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Non-attachment

With my new, most challenging crop of students, I have been thinking a lot about the concept of non-attachment.  Every Thursday, I walk into class feeling that being completely detached is the only way to survive, and also that being completely detached is the worst thing I could do for these students.

Today I came across this blog post about the nature of non-attachment.  In it, Sandra Pawla writes that when you understand non-attachment:

  • Emotions arise, but you have space.  You have perspective.  Emotions don’t catch and torment you every time.
That is it.  That is the crux of what I wasn’t getting.  I thought cultivating a calm non-attachment in the face of a room full of challenge was to shut it all down, to put my hands over my eyes and get down in a defensive crouch.  But the answer is to open and soften my eyes and stand, strong and flexible and present.  It is a daily practice which begins with a few minutes of awareness of breath every day.  
Last week, I kicked two students out of my class.  One went without argument, clearly upset but keeping it in check for a more appropriate time and place.  The second — well, she would. not.  leave.  I found myself getting increasingly angered and frustrated that this person was taking up time I should be using to teach to draw attention to herself.  For a moment, I was caught and tormented by anger, unable to handle anything else in the room.  I had it on the tip of my mind and heart to give up, just let her stay and I could struggle through the last hour of class in anger.  I took a breath.  And another breath.  And stood up straight, and repeated, calmly, “Leave.”  Then I turned back to the group of students I was helping and continued my work.  She left.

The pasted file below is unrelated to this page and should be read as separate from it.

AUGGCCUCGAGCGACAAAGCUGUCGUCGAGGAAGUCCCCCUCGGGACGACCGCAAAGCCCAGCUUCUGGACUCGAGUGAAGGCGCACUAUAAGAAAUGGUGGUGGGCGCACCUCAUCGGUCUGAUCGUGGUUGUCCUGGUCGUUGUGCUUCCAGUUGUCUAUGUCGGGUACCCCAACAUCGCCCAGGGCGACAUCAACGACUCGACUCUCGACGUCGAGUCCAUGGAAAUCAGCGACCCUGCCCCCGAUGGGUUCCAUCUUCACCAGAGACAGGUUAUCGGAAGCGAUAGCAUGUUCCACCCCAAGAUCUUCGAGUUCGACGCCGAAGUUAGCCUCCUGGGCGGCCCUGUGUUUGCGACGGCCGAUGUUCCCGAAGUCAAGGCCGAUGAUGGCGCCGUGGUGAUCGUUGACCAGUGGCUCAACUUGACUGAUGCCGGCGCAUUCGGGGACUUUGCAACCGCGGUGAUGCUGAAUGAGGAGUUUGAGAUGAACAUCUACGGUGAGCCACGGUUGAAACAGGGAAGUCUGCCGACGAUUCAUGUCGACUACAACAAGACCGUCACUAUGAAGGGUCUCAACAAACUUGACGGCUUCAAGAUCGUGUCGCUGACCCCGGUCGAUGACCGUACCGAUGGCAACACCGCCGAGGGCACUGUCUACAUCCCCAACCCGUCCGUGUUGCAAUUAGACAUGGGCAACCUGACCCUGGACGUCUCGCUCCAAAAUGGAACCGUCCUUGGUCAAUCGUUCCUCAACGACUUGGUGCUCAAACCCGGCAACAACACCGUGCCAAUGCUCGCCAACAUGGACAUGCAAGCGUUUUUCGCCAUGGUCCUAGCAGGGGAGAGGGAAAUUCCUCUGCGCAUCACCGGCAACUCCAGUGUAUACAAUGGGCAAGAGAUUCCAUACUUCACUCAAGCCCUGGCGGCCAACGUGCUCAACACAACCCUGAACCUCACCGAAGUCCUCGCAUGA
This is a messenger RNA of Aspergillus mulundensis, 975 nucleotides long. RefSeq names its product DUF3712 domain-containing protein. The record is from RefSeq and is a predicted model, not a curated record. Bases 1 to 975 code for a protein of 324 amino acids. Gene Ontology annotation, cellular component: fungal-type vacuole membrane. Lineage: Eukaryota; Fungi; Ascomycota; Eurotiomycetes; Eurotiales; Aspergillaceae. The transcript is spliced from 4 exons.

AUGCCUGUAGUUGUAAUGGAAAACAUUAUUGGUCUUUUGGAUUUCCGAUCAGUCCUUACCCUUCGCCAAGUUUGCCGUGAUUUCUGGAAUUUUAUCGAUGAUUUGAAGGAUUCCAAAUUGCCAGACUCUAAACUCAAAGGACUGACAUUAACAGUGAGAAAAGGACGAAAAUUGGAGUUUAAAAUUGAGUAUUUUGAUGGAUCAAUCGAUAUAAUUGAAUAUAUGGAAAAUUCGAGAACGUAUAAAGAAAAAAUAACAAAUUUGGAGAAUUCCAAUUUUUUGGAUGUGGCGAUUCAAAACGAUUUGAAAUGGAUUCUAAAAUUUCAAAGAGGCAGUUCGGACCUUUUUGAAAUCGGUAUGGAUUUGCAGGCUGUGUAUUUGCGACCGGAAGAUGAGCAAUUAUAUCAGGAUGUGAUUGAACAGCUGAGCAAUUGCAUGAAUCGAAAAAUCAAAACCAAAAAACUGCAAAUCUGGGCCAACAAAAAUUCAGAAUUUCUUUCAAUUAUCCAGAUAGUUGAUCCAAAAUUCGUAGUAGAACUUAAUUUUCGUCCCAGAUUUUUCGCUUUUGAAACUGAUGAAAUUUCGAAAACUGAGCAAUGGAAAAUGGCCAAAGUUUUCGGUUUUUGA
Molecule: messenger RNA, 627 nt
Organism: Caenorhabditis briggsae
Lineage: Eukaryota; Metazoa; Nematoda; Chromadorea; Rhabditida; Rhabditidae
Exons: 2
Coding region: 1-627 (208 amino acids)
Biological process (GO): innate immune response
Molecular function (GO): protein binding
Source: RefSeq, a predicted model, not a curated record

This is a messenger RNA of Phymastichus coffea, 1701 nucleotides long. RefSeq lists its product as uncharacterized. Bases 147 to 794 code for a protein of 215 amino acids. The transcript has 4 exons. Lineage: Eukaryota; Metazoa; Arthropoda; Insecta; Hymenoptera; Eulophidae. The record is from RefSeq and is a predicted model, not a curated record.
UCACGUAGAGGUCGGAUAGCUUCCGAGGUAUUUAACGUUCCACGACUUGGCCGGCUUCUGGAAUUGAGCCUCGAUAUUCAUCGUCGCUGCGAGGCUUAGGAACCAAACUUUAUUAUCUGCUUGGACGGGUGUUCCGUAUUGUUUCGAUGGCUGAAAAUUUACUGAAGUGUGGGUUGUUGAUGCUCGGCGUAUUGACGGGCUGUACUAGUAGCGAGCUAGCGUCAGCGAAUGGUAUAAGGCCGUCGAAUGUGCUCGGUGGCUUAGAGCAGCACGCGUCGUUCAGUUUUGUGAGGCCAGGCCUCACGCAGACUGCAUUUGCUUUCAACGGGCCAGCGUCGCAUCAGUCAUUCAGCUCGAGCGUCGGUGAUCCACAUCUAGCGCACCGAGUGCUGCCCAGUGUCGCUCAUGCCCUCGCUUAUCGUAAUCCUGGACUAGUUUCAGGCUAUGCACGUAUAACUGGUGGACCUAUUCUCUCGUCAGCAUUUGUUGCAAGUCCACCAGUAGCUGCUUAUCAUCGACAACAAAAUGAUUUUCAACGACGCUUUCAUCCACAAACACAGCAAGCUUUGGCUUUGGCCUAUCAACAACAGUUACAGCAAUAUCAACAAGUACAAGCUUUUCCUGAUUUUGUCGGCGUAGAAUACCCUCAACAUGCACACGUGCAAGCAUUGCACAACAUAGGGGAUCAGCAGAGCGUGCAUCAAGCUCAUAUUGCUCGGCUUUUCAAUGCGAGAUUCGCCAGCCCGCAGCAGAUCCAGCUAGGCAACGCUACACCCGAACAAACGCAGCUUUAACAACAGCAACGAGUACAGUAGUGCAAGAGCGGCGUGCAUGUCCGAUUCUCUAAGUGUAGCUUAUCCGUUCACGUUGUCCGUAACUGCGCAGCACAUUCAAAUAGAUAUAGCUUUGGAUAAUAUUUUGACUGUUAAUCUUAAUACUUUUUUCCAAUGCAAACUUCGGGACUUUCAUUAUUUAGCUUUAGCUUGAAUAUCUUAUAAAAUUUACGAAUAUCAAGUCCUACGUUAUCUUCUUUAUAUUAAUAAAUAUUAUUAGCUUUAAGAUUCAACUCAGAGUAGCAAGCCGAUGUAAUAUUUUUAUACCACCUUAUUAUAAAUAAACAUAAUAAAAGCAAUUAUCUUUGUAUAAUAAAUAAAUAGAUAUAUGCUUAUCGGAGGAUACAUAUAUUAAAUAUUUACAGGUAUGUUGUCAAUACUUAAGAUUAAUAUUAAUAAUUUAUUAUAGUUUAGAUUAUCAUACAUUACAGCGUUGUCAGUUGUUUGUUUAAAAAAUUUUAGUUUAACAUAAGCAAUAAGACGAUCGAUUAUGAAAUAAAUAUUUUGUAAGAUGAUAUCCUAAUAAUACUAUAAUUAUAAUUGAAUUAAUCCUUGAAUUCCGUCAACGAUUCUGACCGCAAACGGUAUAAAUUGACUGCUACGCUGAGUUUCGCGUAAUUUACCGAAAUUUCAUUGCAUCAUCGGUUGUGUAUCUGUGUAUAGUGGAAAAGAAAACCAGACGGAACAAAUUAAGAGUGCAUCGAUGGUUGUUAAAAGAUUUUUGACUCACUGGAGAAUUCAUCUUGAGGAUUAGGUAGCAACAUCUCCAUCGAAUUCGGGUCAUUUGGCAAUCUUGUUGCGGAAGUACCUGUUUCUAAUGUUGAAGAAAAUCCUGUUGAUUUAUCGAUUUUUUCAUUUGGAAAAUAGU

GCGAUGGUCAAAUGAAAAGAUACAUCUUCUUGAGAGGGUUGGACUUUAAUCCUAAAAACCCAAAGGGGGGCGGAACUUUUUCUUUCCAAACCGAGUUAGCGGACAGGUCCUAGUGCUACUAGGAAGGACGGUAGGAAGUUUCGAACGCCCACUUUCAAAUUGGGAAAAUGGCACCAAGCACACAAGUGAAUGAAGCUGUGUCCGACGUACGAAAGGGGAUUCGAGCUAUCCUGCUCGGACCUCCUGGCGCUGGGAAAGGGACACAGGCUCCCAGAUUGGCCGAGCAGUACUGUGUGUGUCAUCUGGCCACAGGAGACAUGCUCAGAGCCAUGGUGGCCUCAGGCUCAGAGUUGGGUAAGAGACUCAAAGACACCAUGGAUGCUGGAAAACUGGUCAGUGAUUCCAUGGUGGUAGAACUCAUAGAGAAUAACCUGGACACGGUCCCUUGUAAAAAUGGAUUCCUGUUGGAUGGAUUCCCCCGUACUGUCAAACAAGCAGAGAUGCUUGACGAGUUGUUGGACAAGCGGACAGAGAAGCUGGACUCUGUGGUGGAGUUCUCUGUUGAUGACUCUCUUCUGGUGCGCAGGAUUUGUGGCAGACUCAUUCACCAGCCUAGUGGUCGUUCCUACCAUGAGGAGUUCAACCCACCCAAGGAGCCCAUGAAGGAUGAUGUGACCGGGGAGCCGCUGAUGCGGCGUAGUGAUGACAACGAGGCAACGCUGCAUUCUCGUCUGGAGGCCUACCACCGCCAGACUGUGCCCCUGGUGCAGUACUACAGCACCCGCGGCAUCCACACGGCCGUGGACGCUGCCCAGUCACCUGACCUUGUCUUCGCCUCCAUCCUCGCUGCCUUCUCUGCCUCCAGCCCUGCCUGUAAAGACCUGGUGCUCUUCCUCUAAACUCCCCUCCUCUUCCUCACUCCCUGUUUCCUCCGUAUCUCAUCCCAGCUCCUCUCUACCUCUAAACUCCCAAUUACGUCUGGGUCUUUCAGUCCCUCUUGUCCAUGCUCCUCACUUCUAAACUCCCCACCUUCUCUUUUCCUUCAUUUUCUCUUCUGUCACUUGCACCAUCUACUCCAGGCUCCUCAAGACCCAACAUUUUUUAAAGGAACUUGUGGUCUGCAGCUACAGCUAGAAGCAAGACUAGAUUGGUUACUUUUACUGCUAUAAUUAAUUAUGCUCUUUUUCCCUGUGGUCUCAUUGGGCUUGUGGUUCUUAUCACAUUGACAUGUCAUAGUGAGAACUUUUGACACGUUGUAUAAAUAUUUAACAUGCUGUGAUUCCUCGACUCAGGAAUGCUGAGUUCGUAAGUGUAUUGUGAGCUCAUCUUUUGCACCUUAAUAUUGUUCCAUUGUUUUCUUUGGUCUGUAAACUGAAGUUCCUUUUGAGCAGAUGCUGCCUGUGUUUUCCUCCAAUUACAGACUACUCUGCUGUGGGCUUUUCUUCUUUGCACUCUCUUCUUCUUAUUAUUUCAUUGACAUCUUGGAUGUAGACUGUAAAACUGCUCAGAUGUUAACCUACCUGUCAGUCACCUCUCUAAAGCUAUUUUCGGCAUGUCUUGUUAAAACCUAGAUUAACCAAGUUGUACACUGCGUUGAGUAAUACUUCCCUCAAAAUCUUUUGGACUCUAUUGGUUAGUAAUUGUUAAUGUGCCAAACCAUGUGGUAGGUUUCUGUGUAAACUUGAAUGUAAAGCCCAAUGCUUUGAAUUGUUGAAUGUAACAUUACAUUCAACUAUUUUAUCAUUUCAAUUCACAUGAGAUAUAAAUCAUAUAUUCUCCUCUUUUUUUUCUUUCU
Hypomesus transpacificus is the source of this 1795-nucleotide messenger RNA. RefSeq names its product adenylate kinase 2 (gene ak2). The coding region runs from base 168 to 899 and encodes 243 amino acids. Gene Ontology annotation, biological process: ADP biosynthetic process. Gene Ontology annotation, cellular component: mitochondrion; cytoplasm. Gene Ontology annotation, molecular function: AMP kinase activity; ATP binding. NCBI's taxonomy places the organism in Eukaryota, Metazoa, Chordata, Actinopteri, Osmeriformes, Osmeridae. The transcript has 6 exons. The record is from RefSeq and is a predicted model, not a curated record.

Although there is no victory in someone disrupting learning enough to be removed from the space, there was a small bit of growth in standing — strong, flexible and present — while that little bit of chaos washed over me.  There is also a small bit of growth in the knowing and acknowledging my own sadness and concern about that one human being.  That kind of cry for attention comes from a deep ache, and I can’t help but have compassion for her on a human level.  
Still, the gift of non-attachment that draws me into a compassionate place, also gives me strength to do what I feel is the greater good in the moment.  I hope, for the rest of this term, that I don’t have to exercise this gift in this way again.

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